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Everybody's watching

How do you defend privacy in a world were people like to be watched?

August 02, 2009|Judith Lewis | Lewis is a writer in Los Angeles.

Three years before Sept. 11, 2001, I attended the eighth annual Computers, Freedom & Privacy Conference in Austin, Texas, and listened to Don Haines of the American Civil Liberties Union give a lunchtime talk called "Is Big Brother Watching You?"

Thanks to scanning devices on toll roads and closed-circuit cameras on city streets, Haines warned, authorities would soon amass enough information to find out where we were, how fast we were moving and who walked or rode with us at any time of day. He showed how simple it was to obtain a wiretap warrant, and he noted that the courts rarely said no. His tone was ominous: The Panopticon world of perpetual surveillance and suppression that George Orwell and Aldous Huxley had foretold was near.

There was only one problem with Haines' presentation: He could not explain how surveillance would do us in. From where I sat, surveillance worked on behalf of people against authority, not the other way around. The 1991 police beating of Rodney King had been captured on home video; that same year, a security camera showed that liquor store owner Soon Ja Du had fatally shot 15-year-old Latasha Harlins in the back. So what if we breeze through camera-monitored toll plazas and stroll sidewalks policed by electronic eyes? As long as we're not doing anything wrong, the electronic witness can only help us.

For The Record
Los Angeles Times Thursday, August 06, 2009 Home Edition Main News Part A Page 4 National Desk 1 inches; 41 words Type of Material: Correction
'The Peep Diaries': In a review of Hal Niedzviecki's book "The Peep Diaries: How We're Learning to Love Watching Ourselves and Our Neighbors" in Sunday's Arts & Books section, the last name of privacy expert Phil Zimmermann was misspelled as Zimmerman.
For The Record
Los Angeles Times Sunday, August 09, 2009 Home Edition Sunday Calendar Part D Page 2 Calendar Desk 1 inches; 36 words Type of Material: Correction
'The Peep Diaries': In last Sunday's book review of Hal Niedzviecki's "The Peep Diaries: How We're Learning to Love Watching Ourselves and Our Neighbors," the last name of privacy expert Phil Zimmermann was misspelled as Zimmerman.

These days, civil libertarians have even higher hurdles to clear. Not only have lingering post-Sept. 11 fears softened our objections to surveillance, but computers have also warmly ushered the all-seeing eye into every fragment of our lives. From the shoes we buy to the calls we make to the gallons of water we squander in our homes, our every habit is tracked, recorded and potentially monitored; our random thoughts are offered up on social networks and blogs.

This is the culture that social critic Hal Niedzviecki examines in "The Peep Diaries: How We're Learning to Love Watching Ourselves and Our Neighbors" (City Lights: 296 pp., $17.95 paper). Like so many before him, Niedzviecki suspects there's something wrong with all this spying, but he can't put his finger on what it is.

He is distressed that civic surveillance projects are popular with hipsters in his home city of Toronto; he is bewildered by the housewife who blogs about her sex life. He launches a number of experiments, all ending in disappointment: His blog attracts few readers; spying on his wife proves exhausting; and while his Facebook page brings him some 700 friends, only one shows up to meet him for a drink. From this, Niedzviecki concludes that we are "increasingly alone on a crowded planet," despite our tell-all ways.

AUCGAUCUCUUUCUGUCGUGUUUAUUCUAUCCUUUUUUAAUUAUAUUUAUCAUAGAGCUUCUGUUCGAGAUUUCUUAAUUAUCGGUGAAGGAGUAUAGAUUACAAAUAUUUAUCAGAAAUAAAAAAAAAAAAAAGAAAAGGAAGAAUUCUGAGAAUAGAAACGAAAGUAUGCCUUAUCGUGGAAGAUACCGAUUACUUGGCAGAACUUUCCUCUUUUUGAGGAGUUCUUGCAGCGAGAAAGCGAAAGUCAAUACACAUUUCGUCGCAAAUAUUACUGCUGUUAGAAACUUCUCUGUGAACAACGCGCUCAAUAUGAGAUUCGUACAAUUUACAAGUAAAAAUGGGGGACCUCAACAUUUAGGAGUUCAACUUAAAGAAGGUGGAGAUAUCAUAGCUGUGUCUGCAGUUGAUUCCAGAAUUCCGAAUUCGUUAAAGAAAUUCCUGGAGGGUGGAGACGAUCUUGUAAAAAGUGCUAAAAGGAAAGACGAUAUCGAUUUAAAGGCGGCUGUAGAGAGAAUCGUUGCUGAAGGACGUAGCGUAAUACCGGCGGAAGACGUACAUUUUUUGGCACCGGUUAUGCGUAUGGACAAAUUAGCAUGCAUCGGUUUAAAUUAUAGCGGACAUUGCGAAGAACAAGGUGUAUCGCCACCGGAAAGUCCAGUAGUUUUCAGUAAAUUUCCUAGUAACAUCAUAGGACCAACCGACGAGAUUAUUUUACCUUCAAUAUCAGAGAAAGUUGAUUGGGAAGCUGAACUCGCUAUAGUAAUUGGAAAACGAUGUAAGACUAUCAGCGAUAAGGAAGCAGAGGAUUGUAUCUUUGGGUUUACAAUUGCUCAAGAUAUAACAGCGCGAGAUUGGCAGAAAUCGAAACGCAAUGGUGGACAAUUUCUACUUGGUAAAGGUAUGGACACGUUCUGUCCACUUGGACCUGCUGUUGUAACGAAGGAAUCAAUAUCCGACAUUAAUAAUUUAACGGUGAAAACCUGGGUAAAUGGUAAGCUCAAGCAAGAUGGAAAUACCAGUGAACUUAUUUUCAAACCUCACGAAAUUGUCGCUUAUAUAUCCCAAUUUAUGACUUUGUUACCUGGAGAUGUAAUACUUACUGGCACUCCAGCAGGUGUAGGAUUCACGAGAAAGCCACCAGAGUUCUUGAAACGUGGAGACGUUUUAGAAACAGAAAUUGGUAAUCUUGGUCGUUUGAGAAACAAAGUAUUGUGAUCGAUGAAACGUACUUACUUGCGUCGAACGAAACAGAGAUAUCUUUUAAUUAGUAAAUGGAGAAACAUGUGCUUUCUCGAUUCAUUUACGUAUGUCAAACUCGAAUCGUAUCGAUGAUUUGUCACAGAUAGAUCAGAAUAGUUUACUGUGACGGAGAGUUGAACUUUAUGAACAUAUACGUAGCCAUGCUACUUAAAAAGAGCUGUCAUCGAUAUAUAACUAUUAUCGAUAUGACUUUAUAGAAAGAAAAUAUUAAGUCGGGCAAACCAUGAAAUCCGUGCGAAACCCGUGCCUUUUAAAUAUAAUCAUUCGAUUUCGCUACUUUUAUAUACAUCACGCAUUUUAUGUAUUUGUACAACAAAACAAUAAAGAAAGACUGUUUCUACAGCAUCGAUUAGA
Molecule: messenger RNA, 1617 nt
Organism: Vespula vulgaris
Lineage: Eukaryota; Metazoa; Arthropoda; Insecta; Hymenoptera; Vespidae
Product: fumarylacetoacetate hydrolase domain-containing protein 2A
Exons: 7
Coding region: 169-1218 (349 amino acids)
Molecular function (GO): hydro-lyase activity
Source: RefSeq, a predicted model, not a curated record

Niedzviecki comes off as a social networking neophyte, a wide-eyed Rumpelstiltskin who has stumbled into a brave new world that he cutely dubs "Peep." He struggles with a question that has stumped far more sophisticated observers: How do you defend privacy in a world were people like to be watched?

In his 1998 book "The Transparent Society: Will Technology Force Us to Choose Between Privacy and Freedom?," David Brin notes that when hundreds of thousands of closed-circuit surveillance cameras were installed throughout Britain in the 1990s, they met with nearly unanimous public approval.

No surprise here: After the first such installation, in the town of King's Lynn, "the resulting reduction in street crime exceeded all expectations." More startling is how blithely people embrace surveillance that reaches into our personal files. In 2006, the Washington Post found that 54% of people surveyed thought the Bush administration's wiretapping program was an acceptable way to hunt down terrorists; 66% said they wouldn't mind the government looking into their phone records as long as there was a good reason.

Here we see what makes information-sharing so risky: More than half of us have become so inured to surveillance that we fail to recognize warrantless wiretapping as a criminal invasion of privacy. For many, the logic is likely: Surveillance is used to catch criminals and terrorists. I am neither a criminal nor a terrorist. Therefore I have nothing to fear.

But what about people who aren't committing crimes, just acting outside the bounds of propriety? In his eloquent 2000 book "The Unwanted Gaze: The Destruction of Privacy in America," George Washington University law professor Jeffrey Rosen cautions that every human has a shadow side that needs expression in a place empty of judging eyes. We may break the law in trivial ways; we may do shameful, hurtful things that make it difficult to get a job or to stay married. If our secrets emerge without context, we may be branded pariahs for life.

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